In Summary

Making the decision to travel to Australia as part of her PhD research was not difficult for Evelien De Wilde as she had already been here two years earlier.

Ms De Wilde has been undertaking research at Swinburne University of Technology, where she is working in the Robert Simpson High Temperature Laboratory under the supervision of Dr Akbar Rhamdhani and Professor Geoff Brooks.

“It has been a good experience to work in another lab, to learn their techniques and have a different view of the topic,” Ms De Wilde said.

“I came here two years ago and talked to those involved in this area, so I knew there were advantages in doing research here.”

The 25-year-old visiting academic from the Department of Materials Science and Engineering at Ghent University, Belgium, already has a Master of Science (Chemistry), and is halfway through a PhD.

Ms De Wilde is working on her PhD in cooperation with Umicore, a global materials technology and recycling company. Her PhD is looking at the recycling of precious metals, such as silver, from scrap including old mobile phones and computers.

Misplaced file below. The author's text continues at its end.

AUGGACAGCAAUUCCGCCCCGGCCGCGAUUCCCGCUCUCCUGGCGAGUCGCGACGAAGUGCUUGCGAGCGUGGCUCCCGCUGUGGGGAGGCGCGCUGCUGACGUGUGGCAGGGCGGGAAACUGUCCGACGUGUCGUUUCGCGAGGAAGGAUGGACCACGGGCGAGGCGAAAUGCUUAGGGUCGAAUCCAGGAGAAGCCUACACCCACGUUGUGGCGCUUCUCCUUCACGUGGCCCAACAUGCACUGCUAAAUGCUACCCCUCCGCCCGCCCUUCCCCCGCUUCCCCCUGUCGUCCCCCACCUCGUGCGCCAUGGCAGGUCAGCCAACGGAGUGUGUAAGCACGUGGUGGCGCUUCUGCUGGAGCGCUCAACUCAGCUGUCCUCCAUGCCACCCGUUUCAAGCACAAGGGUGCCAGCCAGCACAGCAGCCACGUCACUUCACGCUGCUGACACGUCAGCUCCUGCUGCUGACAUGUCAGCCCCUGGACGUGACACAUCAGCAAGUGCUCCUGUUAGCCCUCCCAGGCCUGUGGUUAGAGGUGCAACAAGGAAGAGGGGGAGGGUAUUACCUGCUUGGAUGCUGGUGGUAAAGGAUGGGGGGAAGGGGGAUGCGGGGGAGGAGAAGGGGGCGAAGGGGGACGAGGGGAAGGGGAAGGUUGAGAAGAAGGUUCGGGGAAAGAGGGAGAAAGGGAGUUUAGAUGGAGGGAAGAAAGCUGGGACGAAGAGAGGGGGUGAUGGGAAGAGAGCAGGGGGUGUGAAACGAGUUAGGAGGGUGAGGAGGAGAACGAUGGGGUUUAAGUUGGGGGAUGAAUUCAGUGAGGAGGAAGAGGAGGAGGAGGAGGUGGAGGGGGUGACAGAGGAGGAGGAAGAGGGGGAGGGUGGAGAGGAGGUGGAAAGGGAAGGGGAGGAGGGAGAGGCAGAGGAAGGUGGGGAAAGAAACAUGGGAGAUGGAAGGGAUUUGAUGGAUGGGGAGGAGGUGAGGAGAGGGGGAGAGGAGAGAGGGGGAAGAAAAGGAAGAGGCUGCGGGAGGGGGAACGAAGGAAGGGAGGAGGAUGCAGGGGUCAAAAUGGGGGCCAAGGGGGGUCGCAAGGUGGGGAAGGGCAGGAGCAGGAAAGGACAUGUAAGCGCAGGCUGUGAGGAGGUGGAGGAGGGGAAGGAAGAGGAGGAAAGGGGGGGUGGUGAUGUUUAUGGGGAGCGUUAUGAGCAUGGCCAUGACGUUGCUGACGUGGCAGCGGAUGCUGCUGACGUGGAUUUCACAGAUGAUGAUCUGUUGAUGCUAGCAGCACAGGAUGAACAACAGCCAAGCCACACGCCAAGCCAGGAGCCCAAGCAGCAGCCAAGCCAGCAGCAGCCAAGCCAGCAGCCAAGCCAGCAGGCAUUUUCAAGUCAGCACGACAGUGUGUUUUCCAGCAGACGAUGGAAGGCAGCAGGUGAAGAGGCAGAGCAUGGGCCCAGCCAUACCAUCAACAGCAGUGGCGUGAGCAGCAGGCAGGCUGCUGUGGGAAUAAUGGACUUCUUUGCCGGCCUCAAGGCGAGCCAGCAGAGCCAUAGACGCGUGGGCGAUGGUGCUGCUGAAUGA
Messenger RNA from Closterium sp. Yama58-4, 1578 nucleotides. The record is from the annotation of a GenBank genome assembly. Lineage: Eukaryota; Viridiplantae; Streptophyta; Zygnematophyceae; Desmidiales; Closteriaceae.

Her two-month visit to Swinburne is almost over, but Ms De Wilde said she had been working non-stop since arriving in Melbourne.

“I have been working in the laboratory full time since I got here,” Ms De Wilde said.

“I had to do a lot of sample preparations in Belgium before I came to Australia.”

Ms De Wilde said her research and study experience in Australia has been valuable to her PhD.

“Each university has its own way of doing things, its own techniques and methods,” Ms De Wilde said.

“You can only get better through collaboration with other researchers and learning from each other.

 “I have learnt a lot from the other researchers and supervisors at Swinburne over the past two months.”

Ms De Wilde also participated in the High Temperature Processing Symposium, held at Swinburne in February, where she was awarded the best PhD student presentation for her research paper, Study of mechanically entrained copper droplet losses in slags due to their interaction with spinel solids.